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Old December 7th, 2007, 05:17 PM   #1
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Ugh, please help if you can

I think I just made the mistake of a lifetime but I'm hoping there's someway out. I just returned from egypt where I lived as a child. I took my two sons on a camel ride around the pyramids and shot some incredible footage. But . . . the tape says there's nothing there. It's my own fault. I had been travelling quite awhile and had used up all my tapes. So I started reusing tapes. I would shoot on the tapes and then play them back to make sure everything was kosher.
So I filmed my kids riding around the pyramids, rewound some tape, watched it on my canon hv20 and then kept recording. But when I went to download the footage. Nothing. By messing around . . . fast forwarding and then pressing play I was able to get the last twenty minutes off the tape. But whenever I press play during the first forty minutes of tape . . . the screen is blue.
I use a mixture of sony HD tapes and sony dvc premiums. Maybe I should not have mixed these two types of tape? I don't know. The lost footage is on an HD tape.
I've tried everything. Cleaned the heads on the camera. Rewound while playing. Fastforward/play. Shook it. Said prayers to Horus and Osris. No luck. Strangely, I tried recording over the first minute and it worked fine. That is I could play back a new recording. I am positive the footage is there because sometimes if I fast forward the tape in my camera I see shreds of the pyramids, sometimes not.
Anybody have any suggestions out there? I'm willing to try anything at this point.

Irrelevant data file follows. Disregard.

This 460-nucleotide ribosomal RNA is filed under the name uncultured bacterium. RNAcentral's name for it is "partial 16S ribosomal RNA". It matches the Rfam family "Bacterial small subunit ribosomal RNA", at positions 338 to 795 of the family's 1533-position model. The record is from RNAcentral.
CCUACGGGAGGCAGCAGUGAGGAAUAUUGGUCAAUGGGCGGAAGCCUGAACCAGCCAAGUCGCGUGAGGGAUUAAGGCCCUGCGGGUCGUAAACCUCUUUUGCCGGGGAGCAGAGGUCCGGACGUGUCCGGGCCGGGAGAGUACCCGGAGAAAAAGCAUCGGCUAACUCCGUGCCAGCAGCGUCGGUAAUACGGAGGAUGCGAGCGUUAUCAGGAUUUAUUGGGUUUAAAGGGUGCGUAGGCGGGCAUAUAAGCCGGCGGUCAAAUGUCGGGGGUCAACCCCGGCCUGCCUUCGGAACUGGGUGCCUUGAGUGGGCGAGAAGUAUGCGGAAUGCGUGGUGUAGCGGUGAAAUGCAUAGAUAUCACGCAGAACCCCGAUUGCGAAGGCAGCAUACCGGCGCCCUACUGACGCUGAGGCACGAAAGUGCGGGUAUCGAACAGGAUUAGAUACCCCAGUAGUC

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Old December 7th, 2007, 05:21 PM   #2
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Keep cleaning the camera and try another camera if possible.

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Old December 7th, 2007, 06:13 PM   #3
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Just to cover the bases, make sure you are trying to capture the tapes with an HD camera. You can't capture HD tapes with an SD camera. You probably already know that, but...

Good luck!
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Old March 5th, 2008, 09:29 PM   #4
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Well, I just received a new HV20 from BH and I ran the tape through the new cam. No luck. I also tried cleaning the other cam. No luck. I was able to pull the first twenty seconds and the last fifteen minutes. In the two dozen other times I've tried. Nothing.
When the tape reaches the first twenty seconds the tape keeps playing but the camera does not show that it's playing. If I stop it and then start it, it will show the correct time but only for a second and then go back to acting like it's not playing anything.
Two things give me hope. First is that I when I play it back in DV it says playback restricted but at least it does show the correct time sequence. That is it keeps playing., The second thing is that I know I played the tape back while I was filming and it showed the scene just fine.
Anybody have any comments? suggestions? wild guesses? on how to get this footage off my cam?
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Old March 6th, 2008, 05:19 AM   #5
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There is a chance the heads on the camera clogged and self-cleaned as the tape passed as sometimes they do.